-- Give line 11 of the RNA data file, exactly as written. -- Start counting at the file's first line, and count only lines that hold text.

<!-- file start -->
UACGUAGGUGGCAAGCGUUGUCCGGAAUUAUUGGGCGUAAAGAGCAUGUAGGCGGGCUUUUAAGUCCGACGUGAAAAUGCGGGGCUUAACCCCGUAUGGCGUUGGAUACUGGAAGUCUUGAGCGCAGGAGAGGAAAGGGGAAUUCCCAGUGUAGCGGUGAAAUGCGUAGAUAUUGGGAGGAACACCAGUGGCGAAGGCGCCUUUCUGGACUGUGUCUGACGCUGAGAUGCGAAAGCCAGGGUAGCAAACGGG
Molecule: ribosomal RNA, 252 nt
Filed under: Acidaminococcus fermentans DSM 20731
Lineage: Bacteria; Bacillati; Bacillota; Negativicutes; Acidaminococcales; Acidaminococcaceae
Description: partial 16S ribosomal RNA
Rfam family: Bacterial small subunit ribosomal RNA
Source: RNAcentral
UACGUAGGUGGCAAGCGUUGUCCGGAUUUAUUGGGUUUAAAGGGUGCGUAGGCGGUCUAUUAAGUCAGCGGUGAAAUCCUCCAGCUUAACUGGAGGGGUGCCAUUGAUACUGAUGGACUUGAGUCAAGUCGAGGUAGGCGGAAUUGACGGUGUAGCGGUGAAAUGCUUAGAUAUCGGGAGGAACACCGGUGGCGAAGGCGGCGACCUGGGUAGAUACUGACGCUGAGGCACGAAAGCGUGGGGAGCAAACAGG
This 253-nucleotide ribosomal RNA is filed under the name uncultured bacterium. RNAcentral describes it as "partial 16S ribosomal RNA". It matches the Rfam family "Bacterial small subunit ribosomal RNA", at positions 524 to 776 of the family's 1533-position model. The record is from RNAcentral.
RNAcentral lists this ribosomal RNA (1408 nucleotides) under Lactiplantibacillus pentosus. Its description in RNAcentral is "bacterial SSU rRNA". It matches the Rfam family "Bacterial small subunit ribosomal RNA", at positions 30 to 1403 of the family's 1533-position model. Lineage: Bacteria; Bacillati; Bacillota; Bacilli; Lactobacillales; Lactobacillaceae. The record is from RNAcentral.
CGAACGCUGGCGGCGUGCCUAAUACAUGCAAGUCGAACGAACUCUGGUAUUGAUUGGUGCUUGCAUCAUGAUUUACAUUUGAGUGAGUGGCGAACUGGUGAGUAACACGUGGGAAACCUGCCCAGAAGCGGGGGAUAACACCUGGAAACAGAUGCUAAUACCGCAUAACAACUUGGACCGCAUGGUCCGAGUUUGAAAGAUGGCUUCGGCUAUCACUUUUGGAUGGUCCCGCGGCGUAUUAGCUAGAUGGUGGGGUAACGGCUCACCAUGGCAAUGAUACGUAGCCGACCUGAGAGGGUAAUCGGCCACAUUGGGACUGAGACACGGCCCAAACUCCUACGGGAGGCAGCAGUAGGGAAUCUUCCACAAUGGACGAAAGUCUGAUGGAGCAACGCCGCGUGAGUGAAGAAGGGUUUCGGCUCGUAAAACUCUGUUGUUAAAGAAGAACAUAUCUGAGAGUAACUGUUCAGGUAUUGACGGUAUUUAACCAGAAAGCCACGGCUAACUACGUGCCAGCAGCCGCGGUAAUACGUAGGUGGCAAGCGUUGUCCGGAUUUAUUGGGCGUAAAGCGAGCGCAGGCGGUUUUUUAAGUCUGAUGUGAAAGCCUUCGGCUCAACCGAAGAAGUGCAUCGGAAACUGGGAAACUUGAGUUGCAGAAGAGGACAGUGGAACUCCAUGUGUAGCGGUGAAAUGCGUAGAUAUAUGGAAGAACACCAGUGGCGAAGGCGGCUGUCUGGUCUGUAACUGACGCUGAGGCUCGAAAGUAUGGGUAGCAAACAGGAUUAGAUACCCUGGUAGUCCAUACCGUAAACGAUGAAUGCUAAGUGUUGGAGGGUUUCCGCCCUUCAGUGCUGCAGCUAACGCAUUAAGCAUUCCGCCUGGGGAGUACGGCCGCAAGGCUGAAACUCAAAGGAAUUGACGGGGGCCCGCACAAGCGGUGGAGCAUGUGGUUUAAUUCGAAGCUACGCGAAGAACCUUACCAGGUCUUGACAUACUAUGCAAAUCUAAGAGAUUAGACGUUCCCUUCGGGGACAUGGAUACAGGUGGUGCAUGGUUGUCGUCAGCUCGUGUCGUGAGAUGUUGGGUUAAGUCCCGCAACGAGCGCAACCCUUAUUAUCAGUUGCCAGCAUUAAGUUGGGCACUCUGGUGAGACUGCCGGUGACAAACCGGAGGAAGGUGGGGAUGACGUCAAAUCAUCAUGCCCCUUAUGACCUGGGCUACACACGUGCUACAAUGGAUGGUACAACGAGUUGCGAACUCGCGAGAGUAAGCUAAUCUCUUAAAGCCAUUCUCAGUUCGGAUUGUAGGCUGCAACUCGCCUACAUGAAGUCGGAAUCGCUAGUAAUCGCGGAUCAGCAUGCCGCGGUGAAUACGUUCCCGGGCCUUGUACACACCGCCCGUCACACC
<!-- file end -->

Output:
CGAACGCUGGCGGCGUGCCUAAUACAUGCAAGUCGAACGAACUCUGGUAUUGAUUGGUGCUUGCAUCAUGAUUUACAUUUGAGUGAGUGGCGAACUGGUGAGUAACACGUGGGAAACCUGCCCAGAAGCGGGGGAUAACACCUGGAAACAGAUGCUAAUACCGCAUAACAACUUGGACCGCAUGGUCCGAGUUUGAAAGAUGGCUUCGGCUAUCACUUUUGGAUGGUCCCGCGGCGUAUUAGCUAGAUGGUGGGGUAACGGCUCACCAUGGCAAUGAUACGUAGCCGACCUGAGAGGGUAAUCGGCCACAUUGGGACUGAGACACGGCCCAAACUCCUACGGGAGGCAGCAGUAGGGAAUCUUCCACAAUGGACGAAAGUCUGAUGGAGCAACGCCGCGUGAGUGAAGAAGGGUUUCGGCUCGUAAAACUCUGUUGUUAAAGAAGAACAUAUCUGAGAGUAACUGUUCAGGUAUUGACGGUAUUUAACCAGAAAGCCACGGCUAACUACGUGCCAGCAGCCGCGGUAAUACGUAGGUGGCAAGCGUUGUCCGGAUUUAUUGGGCGUAAAGCGAGCGCAGGCGGUUUUUUAAGUCUGAUGUGAAAGCCUUCGGCUCAACCGAAGAAGUGCAUCGGAAACUGGGAAACUUGAGUUGCAGAAGAGGACAGUGGAACUCCAUGUGUAGCGGUGAAAUGCGUAGAUAUAUGGAAGAACACCAGUGGCGAAGGCGGCUGUCUGGUCUGUAACUGACGCUGAGGCUCGAAAGUAUGGGUAGCAAACAGGAUUAGAUACCCUGGUAGUCCAUACCGUAAACGAUGAAUGCUAAGUGUUGGAGGGUUUCCGCCCUUCAGUGCUGCAGCUAACGCAUUAAGCAUUCCGCCUGGGGAGUACGGCCGCAAGGCUGAAACUCAAAGGAAUUGACGGGGGCCCGCACAAGCGGUGGAGCAUGUGGUUUAAUUCGAAGCUACGCGAAGAACCUUACCAGGUCUUGACAUACUAUGCAAAUCUAAGAGAUUAGACGUUCCCUUCGGGGACAUGGAUACAGGUGGUGCAUGGUUGUCGUCAGCUCGUGUCGUGAGAUGUUGGGUUAAGUCCCGCAACGAGCGCAACCCUUAUUAUCAGUUGCCAGCAUUAAGUUGGGCACUCUGGUGAGACUGCCGGUGACAAACCGGAGGAAGGUGGGGAUGACGUCAAAUCAUCAUGCCCCUUAUGACCUGGGCUACACACGUGCUACAAUGGAUGGUACAACGAGUUGCGAACUCGCGAGAGUAAGCUAAUCUCUUAAAGCCAUUCUCAGUUCGGAUUGUAGGCUGCAACUCGCCUACAUGAAGUCGGAAUCGCUAGUAAUCGCGGAUCAGCAUGCCGCGGUGAAUACGUUCCCGGGCCUUGUACACACCGCCCGUCACACC